As the world's leaders gather in Switzerland, the ocean is top of the agenda

The Ocean Race has been centre stage in Davos this week, where world leaders have gathered for their annual meeting at the World Economic Forum to discuss forging a path towards a sustainable future.

At an event in Switzerland, hosted by YPO – a global leadership community of chief executives driven by the belief that the world needs better leaders – The Ocean Race Chairman Richard Brisius spoke passionately about protecting our oceans and the power of sport to make a positive impact on society.

He was joined by sailors Rokas Milevicius and Boris Herrmann – both with their sights set firmly on the next edition of the Race in 2021 – to discuss the Race’s industry-leading sustainability programme and how the scientific data collected in some of the most remote spots on the planet can drive forward global understanding of the issues faced by our oceans.

Milevicius previously raced onboard Team Brunel in 2014-15 and is now leading a campaign to get back on the start line for 2021, with support from YPO. He has already purchased one of the VO65 one-design boats.

"The Ocean Race is the greatest sailing event in the world, by far, and it carries a great mission with sustainability and making a positive impact on the world. Going further, the values of YPO are a great alignment, and it couldn't be a better fit. When this opportunity came up, we took a chance by getting one of the VO65 boats – there are only eight on the planet."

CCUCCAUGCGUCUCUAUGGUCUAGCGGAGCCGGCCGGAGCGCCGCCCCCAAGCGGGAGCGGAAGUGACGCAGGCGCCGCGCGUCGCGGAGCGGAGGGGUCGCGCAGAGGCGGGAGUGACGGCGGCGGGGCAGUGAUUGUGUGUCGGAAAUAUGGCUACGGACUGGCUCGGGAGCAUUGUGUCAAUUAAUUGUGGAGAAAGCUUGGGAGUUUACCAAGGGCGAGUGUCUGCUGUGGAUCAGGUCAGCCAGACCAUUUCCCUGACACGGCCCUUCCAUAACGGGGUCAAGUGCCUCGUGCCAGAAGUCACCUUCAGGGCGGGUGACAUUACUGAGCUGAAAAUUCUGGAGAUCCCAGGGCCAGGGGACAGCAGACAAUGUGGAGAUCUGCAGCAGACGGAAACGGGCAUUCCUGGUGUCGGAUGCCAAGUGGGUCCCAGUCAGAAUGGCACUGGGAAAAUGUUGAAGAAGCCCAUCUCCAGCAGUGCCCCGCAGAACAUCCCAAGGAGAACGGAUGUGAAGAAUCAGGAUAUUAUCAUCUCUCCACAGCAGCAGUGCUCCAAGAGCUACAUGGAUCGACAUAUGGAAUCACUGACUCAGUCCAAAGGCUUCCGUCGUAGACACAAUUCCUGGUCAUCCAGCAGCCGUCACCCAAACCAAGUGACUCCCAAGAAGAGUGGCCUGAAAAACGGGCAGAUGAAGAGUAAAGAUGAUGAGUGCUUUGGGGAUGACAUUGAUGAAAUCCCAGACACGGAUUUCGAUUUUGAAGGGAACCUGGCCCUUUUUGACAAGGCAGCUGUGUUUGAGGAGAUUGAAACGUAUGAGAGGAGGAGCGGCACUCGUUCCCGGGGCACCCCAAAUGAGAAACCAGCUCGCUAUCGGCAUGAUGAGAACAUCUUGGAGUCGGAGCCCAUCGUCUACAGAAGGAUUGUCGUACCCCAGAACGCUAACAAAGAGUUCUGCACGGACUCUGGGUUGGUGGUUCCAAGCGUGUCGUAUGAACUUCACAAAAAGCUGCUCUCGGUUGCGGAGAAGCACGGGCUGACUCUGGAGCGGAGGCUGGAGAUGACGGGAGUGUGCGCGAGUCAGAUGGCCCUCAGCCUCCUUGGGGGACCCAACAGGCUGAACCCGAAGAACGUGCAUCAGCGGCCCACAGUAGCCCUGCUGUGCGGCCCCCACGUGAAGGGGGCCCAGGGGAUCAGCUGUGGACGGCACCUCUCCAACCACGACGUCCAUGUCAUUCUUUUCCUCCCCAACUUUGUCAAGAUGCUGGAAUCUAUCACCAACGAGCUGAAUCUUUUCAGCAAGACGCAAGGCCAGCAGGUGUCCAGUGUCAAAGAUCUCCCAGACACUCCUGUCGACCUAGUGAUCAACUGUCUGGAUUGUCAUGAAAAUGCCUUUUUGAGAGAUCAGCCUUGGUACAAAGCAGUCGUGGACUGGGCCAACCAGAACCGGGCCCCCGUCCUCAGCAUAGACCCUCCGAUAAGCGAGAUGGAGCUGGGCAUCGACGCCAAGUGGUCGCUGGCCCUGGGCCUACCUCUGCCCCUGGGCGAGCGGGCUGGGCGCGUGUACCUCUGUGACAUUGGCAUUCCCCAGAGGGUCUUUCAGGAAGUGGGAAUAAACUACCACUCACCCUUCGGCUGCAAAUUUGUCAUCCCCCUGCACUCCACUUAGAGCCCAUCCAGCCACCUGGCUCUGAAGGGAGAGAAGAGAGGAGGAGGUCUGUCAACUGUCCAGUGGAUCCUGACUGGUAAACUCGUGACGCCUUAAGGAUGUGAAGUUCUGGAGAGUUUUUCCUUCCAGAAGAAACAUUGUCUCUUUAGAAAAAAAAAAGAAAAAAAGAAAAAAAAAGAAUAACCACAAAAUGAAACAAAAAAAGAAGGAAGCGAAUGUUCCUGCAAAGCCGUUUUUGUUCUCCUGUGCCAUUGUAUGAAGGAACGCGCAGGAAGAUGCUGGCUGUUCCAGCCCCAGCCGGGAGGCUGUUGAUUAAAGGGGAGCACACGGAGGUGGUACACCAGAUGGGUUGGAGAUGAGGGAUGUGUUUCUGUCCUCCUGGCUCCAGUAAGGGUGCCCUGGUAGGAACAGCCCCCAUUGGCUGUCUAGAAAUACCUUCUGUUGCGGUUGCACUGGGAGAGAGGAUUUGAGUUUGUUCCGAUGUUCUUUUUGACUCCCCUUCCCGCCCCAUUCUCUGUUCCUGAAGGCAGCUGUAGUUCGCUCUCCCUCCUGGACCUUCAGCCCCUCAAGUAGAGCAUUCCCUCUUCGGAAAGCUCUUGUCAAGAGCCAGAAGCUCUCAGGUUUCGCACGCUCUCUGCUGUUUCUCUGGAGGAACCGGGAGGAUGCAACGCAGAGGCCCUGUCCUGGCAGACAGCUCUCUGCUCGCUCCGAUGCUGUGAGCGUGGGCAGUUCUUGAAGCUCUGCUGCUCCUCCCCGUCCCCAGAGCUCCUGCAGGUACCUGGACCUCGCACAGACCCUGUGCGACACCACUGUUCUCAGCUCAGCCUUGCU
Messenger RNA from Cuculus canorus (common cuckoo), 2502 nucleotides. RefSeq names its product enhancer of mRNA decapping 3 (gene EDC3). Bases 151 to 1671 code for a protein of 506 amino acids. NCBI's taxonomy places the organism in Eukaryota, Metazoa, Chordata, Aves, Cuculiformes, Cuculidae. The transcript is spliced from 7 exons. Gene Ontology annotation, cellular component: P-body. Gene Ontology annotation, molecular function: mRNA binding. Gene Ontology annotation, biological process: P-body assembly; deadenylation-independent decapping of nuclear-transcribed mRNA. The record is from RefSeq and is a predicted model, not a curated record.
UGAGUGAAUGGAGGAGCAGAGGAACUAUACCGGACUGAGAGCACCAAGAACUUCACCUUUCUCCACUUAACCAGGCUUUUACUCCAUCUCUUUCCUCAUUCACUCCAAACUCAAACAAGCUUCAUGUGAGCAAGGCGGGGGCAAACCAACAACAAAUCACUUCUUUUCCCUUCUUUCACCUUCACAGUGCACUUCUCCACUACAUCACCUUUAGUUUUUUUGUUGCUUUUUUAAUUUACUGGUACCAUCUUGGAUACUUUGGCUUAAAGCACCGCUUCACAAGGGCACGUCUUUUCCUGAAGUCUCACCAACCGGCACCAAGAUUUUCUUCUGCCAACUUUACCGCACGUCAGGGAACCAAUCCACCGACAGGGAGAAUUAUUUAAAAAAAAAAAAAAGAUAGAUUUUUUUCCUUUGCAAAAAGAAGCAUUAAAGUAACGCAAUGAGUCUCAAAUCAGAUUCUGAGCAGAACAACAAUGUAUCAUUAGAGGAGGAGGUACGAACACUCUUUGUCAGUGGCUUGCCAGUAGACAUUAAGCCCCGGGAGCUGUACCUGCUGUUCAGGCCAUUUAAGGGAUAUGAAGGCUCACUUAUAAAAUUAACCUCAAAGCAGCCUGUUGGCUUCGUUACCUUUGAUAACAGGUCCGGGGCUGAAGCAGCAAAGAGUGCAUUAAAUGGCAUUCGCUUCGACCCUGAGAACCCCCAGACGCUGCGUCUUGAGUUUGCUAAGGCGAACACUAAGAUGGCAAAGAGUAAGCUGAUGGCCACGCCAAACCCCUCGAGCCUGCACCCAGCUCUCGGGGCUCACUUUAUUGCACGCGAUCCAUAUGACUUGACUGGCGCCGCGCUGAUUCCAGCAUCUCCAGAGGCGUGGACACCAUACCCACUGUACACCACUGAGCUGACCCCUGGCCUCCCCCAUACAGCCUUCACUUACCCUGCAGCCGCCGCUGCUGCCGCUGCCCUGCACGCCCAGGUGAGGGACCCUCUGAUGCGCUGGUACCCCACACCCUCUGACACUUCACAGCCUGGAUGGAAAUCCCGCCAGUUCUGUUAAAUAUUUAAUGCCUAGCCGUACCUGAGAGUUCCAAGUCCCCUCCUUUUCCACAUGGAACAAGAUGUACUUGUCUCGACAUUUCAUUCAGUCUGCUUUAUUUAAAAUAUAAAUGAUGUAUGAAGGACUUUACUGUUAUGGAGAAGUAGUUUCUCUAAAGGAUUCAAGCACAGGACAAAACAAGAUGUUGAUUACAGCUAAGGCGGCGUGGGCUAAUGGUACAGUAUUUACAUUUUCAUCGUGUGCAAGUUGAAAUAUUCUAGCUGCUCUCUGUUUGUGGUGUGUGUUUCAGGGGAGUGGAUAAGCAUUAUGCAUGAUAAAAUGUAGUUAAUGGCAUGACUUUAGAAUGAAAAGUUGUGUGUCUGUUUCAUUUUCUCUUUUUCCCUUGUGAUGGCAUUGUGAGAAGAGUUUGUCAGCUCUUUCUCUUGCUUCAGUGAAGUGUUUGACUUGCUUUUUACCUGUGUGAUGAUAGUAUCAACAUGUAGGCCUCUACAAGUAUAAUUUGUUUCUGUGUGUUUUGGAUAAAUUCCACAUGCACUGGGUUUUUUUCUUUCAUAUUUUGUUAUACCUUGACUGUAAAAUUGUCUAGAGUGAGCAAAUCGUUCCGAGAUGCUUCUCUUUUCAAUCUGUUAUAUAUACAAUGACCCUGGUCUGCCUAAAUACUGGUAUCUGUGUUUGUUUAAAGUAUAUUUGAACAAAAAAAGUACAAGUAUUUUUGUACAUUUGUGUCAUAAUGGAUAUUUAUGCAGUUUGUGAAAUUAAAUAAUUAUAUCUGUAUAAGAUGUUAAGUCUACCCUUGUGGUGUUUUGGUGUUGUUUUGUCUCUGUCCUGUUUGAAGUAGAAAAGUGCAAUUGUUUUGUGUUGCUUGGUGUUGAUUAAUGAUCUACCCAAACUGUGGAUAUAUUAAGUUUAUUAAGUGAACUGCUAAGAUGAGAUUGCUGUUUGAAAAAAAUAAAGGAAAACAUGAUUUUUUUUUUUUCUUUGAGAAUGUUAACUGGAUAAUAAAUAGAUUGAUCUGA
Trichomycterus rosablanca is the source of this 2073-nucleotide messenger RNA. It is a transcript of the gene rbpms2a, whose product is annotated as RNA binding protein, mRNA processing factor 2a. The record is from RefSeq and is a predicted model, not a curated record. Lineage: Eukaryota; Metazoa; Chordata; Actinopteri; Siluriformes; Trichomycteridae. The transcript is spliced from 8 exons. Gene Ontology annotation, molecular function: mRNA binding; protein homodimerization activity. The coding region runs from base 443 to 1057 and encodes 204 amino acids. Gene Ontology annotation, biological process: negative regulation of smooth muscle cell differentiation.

Milevicius continued: "I was the first Lithuanian to compete in The Ocean Race in 2014-15, and the experience I gained engaged me to do more. The Ocean Race platform showcases sustainability, and it helped me to join the dots that through the sport of sailing you can spread the message of a topic that's really relevant at the moment."

As part of a panel discussion on ocean health, Brisius described his personal journey from sailor to custodian of the event – and how the Race is ‘racing for purpose’ as we enter the Decade of Ocean Science, adding “...we have to run it as a business, of course, for longevity, but we don’t do it for the revenue. We do it for the planet.”

He continued: “For the first time ever, the Race isn’t owned by a corporation – it’s owned by people who love sport, us. Through a partnership with 11th Hour Racing, we decided to use this unique opportunity to develop our ‘Racing For Purpose’ initiative – we are racing for the planet, for healthier oceans.

“Our sustainability programme is based around awareness, science and education. As we race around the world, our sailors collect data from places where no-one else goes. That data is really interesting for scientists globally.”

In 2019, Boris helped Swedish climate change icon Greta Thunberg by sailing her across the Atlantic Ocean to the United States on board his IMOCA 60 race boat – and on the same day the teenager spoke in Davos, challenging world leaders to do more to address the growing crisis facing our planet, he shared his vision for the 2021-22 edition of the Race.

Other notable speakers at the YPO event included renowned filmmaker and co-founder of Comic Relief, Richard Curtis; Ian Bremmer, President of Eurasia Group; and Claire O’Neill, President of COP26.